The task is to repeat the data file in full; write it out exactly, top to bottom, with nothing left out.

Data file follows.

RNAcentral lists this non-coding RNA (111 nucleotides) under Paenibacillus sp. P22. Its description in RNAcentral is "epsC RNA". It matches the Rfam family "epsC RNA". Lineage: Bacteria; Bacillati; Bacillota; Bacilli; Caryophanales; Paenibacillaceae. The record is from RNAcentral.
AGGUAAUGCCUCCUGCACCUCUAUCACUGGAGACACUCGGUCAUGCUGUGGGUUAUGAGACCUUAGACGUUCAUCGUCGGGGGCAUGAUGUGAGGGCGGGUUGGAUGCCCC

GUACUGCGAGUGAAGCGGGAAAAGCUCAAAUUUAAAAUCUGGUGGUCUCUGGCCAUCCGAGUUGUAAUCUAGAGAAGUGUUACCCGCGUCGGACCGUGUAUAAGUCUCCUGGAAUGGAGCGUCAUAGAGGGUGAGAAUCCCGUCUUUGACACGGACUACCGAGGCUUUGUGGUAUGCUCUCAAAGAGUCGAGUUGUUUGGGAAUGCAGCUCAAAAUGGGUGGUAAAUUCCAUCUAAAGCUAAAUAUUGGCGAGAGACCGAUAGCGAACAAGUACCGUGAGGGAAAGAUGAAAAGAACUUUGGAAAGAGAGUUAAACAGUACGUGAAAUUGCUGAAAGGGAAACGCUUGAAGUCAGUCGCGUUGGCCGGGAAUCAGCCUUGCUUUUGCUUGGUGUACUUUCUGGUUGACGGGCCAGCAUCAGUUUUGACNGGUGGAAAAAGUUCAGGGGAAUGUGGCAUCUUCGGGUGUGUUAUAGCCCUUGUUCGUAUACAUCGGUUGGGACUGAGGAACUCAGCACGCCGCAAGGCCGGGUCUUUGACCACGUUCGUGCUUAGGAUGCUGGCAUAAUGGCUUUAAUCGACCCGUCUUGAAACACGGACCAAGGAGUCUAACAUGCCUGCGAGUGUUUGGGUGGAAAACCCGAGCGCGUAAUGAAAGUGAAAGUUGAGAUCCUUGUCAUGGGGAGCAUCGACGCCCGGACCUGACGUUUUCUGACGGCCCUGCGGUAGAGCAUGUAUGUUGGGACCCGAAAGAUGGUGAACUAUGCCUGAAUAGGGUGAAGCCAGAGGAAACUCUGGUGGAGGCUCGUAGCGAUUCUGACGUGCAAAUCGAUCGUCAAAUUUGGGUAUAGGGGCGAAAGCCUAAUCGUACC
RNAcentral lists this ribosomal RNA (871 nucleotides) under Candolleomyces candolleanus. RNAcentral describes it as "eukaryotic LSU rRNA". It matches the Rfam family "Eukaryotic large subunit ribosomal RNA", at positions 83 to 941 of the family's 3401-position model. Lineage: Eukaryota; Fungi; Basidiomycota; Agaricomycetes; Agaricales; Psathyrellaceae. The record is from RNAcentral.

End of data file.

RNAcentral lists this non-coding RNA (111 nucleotides) under Paenibacillus sp. P22. Its description in RNAcentral is "epsC RNA". It matches the Rfam family "epsC RNA". Lineage: Bacteria; Bacillati; Bacillota; Bacilli; Caryophanales; Paenibacillaceae. The record is from RNAcentral.
AGGUAAUGCCUCCUGCACCUCUAUCACUGGAGACACUCGGUCAUGCUGUGGGUUAUGAGACCUUAGACGUUCAUCGUCGGGGGCAUGAUGUGAGGGCGGGUUGGAUGCCCC

GUACUGCGAGUGAAGCGGGAAAAGCUCAAAUUUAAAAUCUGGUGGUCUCUGGCCAUCCGAGUUGUAAUCUAGAGAAGUGUUACCCGCGUCGGACCGUGUAUAAGUCUCCUGGAAUGGAGCGUCAUAGAGGGUGAGAAUCCCGUCUUUGACACGGACUACCGAGGCUUUGUGGUAUGCUCUCAAAGAGUCGAGUUGUUUGGGAAUGCAGCUCAAAAUGGGUGGUAAAUUCCAUCUAAAGCUAAAUAUUGGCGAGAGACCGAUAGCGAACAAGUACCGUGAGGGAAAGAUGAAAAGAACUUUGGAAAGAGAGUUAAACAGUACGUGAAAUUGCUGAAAGGGAAACGCUUGAAGUCAGUCGCGUUGGCCGGGAAUCAGCCUUGCUUUUGCUUGGUGUACUUUCUGGUUGACGGGCCAGCAUCAGUUUUGACNGGUGGAAAAAGUUCAGGGGAAUGUGGCAUCUUCGGGUGUGUUAUAGCCCUUGUUCGUAUACAUCGGUUGGGACUGAGGAACUCAGCACGCCGCAAGGCCGGGUCUUUGACCACGUUCGUGCUUAGGAUGCUGGCAUAAUGGCUUUAAUCGACCCGUCUUGAAACACGGACCAAGGAGUCUAACAUGCCUGCGAGUGUUUGGGUGGAAAACCCGAGCGCGUAAUGAAAGUGAAAGUUGAGAUCCUUGUCAUGGGGAGCAUCGACGCCCGGACCUGACGUUUUCUGACGGCCCUGCGGUAGAGCAUGUAUGUUGGGACCCGAAAGAUGGUGAACUAUGCCUGAAUAGGGUGAAGCCAGAGGAAACUCUGGUGGAGGCUCGUAGCGAUUCUGACGUGCAAAUCGAUCGUCAAAUUUGGGUAUAGGGGCGAAAGCCUAAUCGUACC
RNAcentral lists this ribosomal RNA (871 nucleotides) under Candolleomyces candolleanus. RNAcentral describes it as "eukaryotic LSU rRNA". It matches the Rfam family "Eukaryotic large subunit ribosomal RNA", at positions 83 to 941 of the family's 3401-position model. Lineage: Eukaryota; Fungi; Basidiomycota; Agaricomycetes; Agaricales; Psathyrellaceae. The record is from RNAcentral.